In addition, by selecting Applicare as its PACS partner, IBM was teaming with one of the earliest adopters of the Windows NT platform for medical imaging workstations. The partnership dovetailed perfectly with DIN-PACS, because the U.S. military intends to base much of its PACS implementation on NT, according to Applicare's Kroon. Applicare became involved in the DIN-PACS process after DOD representatives doing preliminary DIN-PACS research in 1996 told the company that its Windows NT medical imaging software was more advanced than that of U.S. PACS vendors, Kroon said.
Spending the money
It's still unclear exactly how much the military will spend on PACS. Three hospitals were listed in the RFP as candidates for DIN-PACS installations, but no specific awards were made as part of the DIN-PACS announcement. Companies participating in the process believe that the DOD will probably make one DIN-PACS award to each team, but military hospitals will then be free to choose products from either consortium.
The DOD reports that the project has a spending ceiling of $250 million in its first year, an amount that will cover purchases from both the IBM and Agfa consortia. The contract includes four one-year option periods, which could bring the potential value of the contract to $1.25 billion over the next five years. There are indications that the DOD has ambitious plans for DIN-PACS: A DPSC representative said that the U.S. Surgeon General intends to have DIN-PACS installed in every Defense medical treatment facility in the next five years.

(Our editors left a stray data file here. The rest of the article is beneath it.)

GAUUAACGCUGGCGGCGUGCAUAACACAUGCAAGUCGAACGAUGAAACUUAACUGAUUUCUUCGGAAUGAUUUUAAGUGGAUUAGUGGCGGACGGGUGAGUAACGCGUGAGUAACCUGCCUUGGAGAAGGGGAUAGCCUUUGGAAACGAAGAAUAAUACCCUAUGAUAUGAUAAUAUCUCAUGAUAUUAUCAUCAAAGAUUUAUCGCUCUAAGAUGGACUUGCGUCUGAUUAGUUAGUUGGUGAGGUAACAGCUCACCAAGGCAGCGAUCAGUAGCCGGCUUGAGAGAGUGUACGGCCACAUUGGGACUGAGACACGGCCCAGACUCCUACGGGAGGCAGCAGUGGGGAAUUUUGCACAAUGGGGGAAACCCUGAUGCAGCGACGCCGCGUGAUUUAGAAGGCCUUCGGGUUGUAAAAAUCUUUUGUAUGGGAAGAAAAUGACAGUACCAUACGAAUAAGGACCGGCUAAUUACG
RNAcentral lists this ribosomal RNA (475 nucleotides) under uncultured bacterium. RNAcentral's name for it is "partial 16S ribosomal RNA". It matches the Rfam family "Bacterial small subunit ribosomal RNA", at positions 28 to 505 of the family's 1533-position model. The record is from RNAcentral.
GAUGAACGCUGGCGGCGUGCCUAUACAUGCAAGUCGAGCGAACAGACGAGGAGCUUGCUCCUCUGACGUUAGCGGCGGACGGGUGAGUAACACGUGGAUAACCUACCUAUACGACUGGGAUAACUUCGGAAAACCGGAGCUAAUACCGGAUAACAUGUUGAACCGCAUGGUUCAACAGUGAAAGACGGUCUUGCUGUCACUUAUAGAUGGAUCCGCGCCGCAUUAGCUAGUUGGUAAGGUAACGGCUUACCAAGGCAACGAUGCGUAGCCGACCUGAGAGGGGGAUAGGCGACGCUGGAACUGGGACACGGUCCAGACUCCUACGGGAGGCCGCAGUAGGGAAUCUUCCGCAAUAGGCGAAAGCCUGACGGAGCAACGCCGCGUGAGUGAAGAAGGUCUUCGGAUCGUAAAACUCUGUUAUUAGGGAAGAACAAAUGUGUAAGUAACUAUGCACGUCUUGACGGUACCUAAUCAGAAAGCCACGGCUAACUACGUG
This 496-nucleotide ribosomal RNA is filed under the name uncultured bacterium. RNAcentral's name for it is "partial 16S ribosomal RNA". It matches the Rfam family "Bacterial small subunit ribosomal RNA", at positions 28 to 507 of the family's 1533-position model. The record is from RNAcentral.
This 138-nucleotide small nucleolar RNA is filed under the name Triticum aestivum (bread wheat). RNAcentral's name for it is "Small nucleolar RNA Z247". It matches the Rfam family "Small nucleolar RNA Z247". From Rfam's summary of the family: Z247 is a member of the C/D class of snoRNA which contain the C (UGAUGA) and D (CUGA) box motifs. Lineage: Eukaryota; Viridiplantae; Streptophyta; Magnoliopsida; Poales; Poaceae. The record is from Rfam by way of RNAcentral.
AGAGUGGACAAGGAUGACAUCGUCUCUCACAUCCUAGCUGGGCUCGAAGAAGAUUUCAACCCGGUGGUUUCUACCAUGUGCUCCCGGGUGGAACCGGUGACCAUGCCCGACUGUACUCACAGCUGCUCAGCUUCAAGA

DIN-PACS could have an impact on private-sector hospitals as well, in the same way that MDIS influenced the commercial market. Although the scale is different, the military's healthcare network is not much different from the large healthcare enterprises that are springing up as a result of consolidation among hospitals. There may be a trickle-down effect as technologies developed for DIN-PACS make their way into the private sector, according to Robert Cooke, director of image management systems at Agfa.
"The model that the military has in terms of all their distributed facilities is in many ways very similar to an integrated healthcare network," Cooke said. "The ability to tie in all these disparate facilities with different information systems is clearly a requirement that the end-user communities have as well. The private sector will certainly benefit from the concepts and technologies associated with DIN-PACS."
What impact will the loss of DIN-PACS business have on companies that didn't make the cut? It's impossible to say: $250 million in one year is a lot of money, but there's no guarantee that the military will purchase that much PACS technology.
Indeed, one vendor, GE, pulled out of the process just weeks prior to the awards announcement (PNN 12/97). The Milwaukee company made the move because of what it said were two requirements set by DPSC that the company was unable to meet. GE did not divulge the specific nature of the requirements, other than to say that they were not consistent with the company's desire to build its commercial product line.
Executives at Imation Cemax-Icon tell a similar story. Although the DOD's approach was initially based on off-the-shelf hardware and software, late in the DIN-PACS process the government set new requirements that did not have widespread commercial application, according to Brad Sauer, CEO of the Fremont, CA-based Imation subsidiary. Unlike commercial PACS products, which are moving toward automated work flow, the DPSC wanted a system with a strong manual routing component, a configuration that Imation Cemax-Icon believes has little application in the private sector. Imation Cemax-Icon decided to remain in the process, but the company's hopes for winning the award were dimmed.
"Our entire approach is based on trying to deliver automated work flow in a PACS. That is what the market wants, those are the underpinnings of how our system is designed," Sauer said. "The government demanded that there be some very manual work-flow-type elements in the system that frankly we thought were absolutely inappropriate for what the market wants. Given that our whole approach is automated work flow, it would have meant a redirection of our technology and our efforts."